Posted by dougsimpson at 05:29 AM | Comments (0) | TrackBack

    February 07, 2004

    Irwin Schiff Case Gets Delusional, but Appealing

    Tax scofflaw Irwin Schiff is delusional, say his attorneys (and his psychiatrist), and fantasizes that he is the only person who can interpret the federal income tax law. Not so, says his friend and co-defendant Cindy Nuen, who told the New York Times (Feb. 7, 2004 page B3) that his lawyers have filed that "ridiculous" defense just because they won't argue that the United State income tax law is "meritless and fruitless."

    Of course, the truly delusional are always the last to know. See, e.g. Avika Goldman, "A Beautiful Mind" (Ron Howard Film 2001). (More ... )

    The case also involves a pending appeal of a District Court injunction entered in June against Schiff or his associates selling his latest book advocating filing "zero revenue" returns regardless of your income. #357: 06-16-03 COURT ENJOINS IRWIN SCHIFF AND TWO ASSOCIATES

    The ACLU filed an amicus brief in the District Court, and issued a statement in May. "This matter is significant because it is an attempt to ban a book that primarily consists of a political diatribe attacking the government," said Allen Lichtenstein, General Counsel with the ACLU of Nevada and author of the ACLU brief. "Regardless of what one thinks about the author's theories, his right to espouse them must remain unhindered."

    Some remarks on the legal theories of the case ( U.S. v. Schiff, No. CV-S-03-0281-LDG-RJJ (D. Nev.) from Law.com

    The Times reports that the Court of Appeals for the Ninth Circuit will hear oral argument on Schiff's appeal on Tuesday, February 12.



    Posted by dougsimpson at 10:41 AM | Comments (0) | TrackBack

    Delaware upgrades e-services for Corp filings

    Search and reserve corporate names online, make corporate filings and get filing history on business entities formed in Delaware (including 58% of the Fortune 500) under the new "Delaware @ Your Service" system.

    Unveiled this week by Governor Ruth Ann Miller, the Corporate Name Reservation and Information service is available at the Division of Corporation’s website . A comprehensive list of Delaware e-Government services is available on the State’s web portal by selecting “Delaware @ Your Service.”
    Source: Press Release: 020404 - New Online Corporate Services

    Thanks to Sabrina Pacifica for pointing to this resource.

    Posted by dougsimpson at 05:40 AM | Comments (0) | TrackBack

    February 06, 2004

    Got Arabic Federalist Papers?

    The author of Blog "Flit" is coordinating inquiries after Arabic-language editions of the Federalist Papers, currently in hot demand and short supply in Iraq. He reports that the US Embassy in Jordan, which has been a source, is out and does not plan to reprint. He says that he has found an impending source of reprints at the US Embassy in Egypt.
    Flit(tm): Federalist Papers in Arabic IV

    I have an American friend who is guest-teaching American legal systems at a law school in Kurdish Northern Iraq. He is looking to distribute The Federalist Papers in Arabic and would appreciate learning of an affordable source. If you know of a source, please Comment, Trackback or email me.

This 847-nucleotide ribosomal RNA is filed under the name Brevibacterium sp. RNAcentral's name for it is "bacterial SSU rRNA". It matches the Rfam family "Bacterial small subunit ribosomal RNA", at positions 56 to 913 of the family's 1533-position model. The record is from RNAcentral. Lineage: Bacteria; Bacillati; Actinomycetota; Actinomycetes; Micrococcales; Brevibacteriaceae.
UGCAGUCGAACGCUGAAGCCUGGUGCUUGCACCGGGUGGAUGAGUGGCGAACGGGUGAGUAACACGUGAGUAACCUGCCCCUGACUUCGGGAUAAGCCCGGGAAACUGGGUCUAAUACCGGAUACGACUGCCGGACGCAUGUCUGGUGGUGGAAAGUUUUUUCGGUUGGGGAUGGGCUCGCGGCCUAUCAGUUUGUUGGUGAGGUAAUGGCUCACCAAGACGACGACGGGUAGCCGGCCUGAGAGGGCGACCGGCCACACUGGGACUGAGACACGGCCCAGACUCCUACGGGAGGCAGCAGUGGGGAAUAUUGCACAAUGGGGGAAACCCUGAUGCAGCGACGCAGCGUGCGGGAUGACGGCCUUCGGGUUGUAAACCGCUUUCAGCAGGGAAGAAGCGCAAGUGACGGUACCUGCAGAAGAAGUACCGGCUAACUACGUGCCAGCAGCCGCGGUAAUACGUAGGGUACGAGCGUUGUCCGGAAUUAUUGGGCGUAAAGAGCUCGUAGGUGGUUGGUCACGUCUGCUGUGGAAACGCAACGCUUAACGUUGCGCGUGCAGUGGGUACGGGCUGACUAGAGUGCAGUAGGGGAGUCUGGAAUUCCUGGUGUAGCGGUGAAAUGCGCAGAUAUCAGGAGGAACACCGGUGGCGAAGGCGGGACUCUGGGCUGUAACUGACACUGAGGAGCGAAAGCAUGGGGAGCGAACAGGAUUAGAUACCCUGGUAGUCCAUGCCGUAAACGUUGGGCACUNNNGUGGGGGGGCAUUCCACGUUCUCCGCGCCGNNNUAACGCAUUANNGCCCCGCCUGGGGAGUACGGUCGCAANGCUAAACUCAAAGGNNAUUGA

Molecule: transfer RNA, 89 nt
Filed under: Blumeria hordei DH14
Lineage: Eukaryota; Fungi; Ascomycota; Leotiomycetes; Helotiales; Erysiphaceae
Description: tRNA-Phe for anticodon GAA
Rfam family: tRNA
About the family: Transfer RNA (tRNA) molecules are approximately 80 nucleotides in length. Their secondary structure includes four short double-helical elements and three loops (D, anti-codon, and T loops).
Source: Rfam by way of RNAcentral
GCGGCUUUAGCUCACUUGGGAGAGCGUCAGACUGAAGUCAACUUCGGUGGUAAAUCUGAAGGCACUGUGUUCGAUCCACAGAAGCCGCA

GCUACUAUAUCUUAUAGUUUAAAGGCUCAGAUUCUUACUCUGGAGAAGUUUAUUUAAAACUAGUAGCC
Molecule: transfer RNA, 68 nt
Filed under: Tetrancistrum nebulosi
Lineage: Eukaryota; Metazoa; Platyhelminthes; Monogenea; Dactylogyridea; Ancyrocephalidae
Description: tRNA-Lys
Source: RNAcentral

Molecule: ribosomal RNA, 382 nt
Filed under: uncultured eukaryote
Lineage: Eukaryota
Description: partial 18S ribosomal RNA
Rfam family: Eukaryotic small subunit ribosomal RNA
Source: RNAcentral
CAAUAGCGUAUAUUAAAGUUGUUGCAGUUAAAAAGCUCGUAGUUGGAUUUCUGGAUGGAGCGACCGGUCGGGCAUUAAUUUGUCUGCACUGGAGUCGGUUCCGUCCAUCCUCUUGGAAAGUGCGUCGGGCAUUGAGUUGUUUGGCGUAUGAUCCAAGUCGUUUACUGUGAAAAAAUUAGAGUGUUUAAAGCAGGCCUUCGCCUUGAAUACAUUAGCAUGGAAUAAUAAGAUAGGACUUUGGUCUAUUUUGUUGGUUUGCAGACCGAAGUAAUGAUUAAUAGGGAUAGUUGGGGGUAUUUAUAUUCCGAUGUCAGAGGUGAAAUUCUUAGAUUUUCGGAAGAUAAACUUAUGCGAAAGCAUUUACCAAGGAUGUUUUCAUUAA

Posted by dougsimpson at 04:25 PM | Comments (1) | TrackBack

    Pentagon Scraps E-Voting System

    The Pentagon has decided to scrap an Internet-based electronic voting system intended to serve military personnel and overseas citizens in the fall elections. A security audit report cited and agreed with general security problems with e-voting systems, and found that with the Internet-based "Secure Electronic Registration and Voting Experiment (SERVE)," the problems were exacerbated.

    The report was careful to praise the efforts of the government contractor that attempted to build a secure system. The full report is online: "A Security Analysis of the Secure Electronic Registration and Voting Experiment."

    Thanks to Sabrina Pacifica for the heads up on this report. beSpacific: E-Voting System Scrapped by Pentagon.

    Posted by dougsimpson at 01:21 PM | Comments (0) | TrackBack

    February 03, 2004

    Sensitive Info in Wired World: Yale ISP Reading Group

    Readings are now online for first session of a reading group concerning the legal aspects of the PORTIA project. This semester, the group examines legal aspects of: copyright and digital rights management; SPAM and freedom-of-speech; privacy-preserving data mining; privacy-preserving data surveillance; and a topic to be announced. It will meet for five evening sessions at Yale Law School in New Haven, CT, starting February 5. (more ... )

    The Yale Information Society Project describes the NSF-funded PORTIA (Privacy, Obligations, and Rights in Technologies of Information Assessment) as "a five-year, multi-institutional and multi-disciplinary attempt to examine, define and create technological systems that ensure the rights of data owners, data users, and data subjects. The project’s primary participants include professors from the Yale Computer Science department (as well as participants from other leading institutes in the U.S. and abroad). In addressing these issues, the project confronts difficult legal questions that pertain to privacy, intellectual property, and information law."

    More info at:
    Session1: Copyright, Digital Rights Management, and Privacy
    Monday, February 9, 2004
    Led by: Eddan Katz, ISP Fellow.

    I plan to attend all five sessions. If either of my occasional readers are there, please introduce yourself.


    Posted by dougsimpson at 05:41 AM | Comments (0) | TrackBack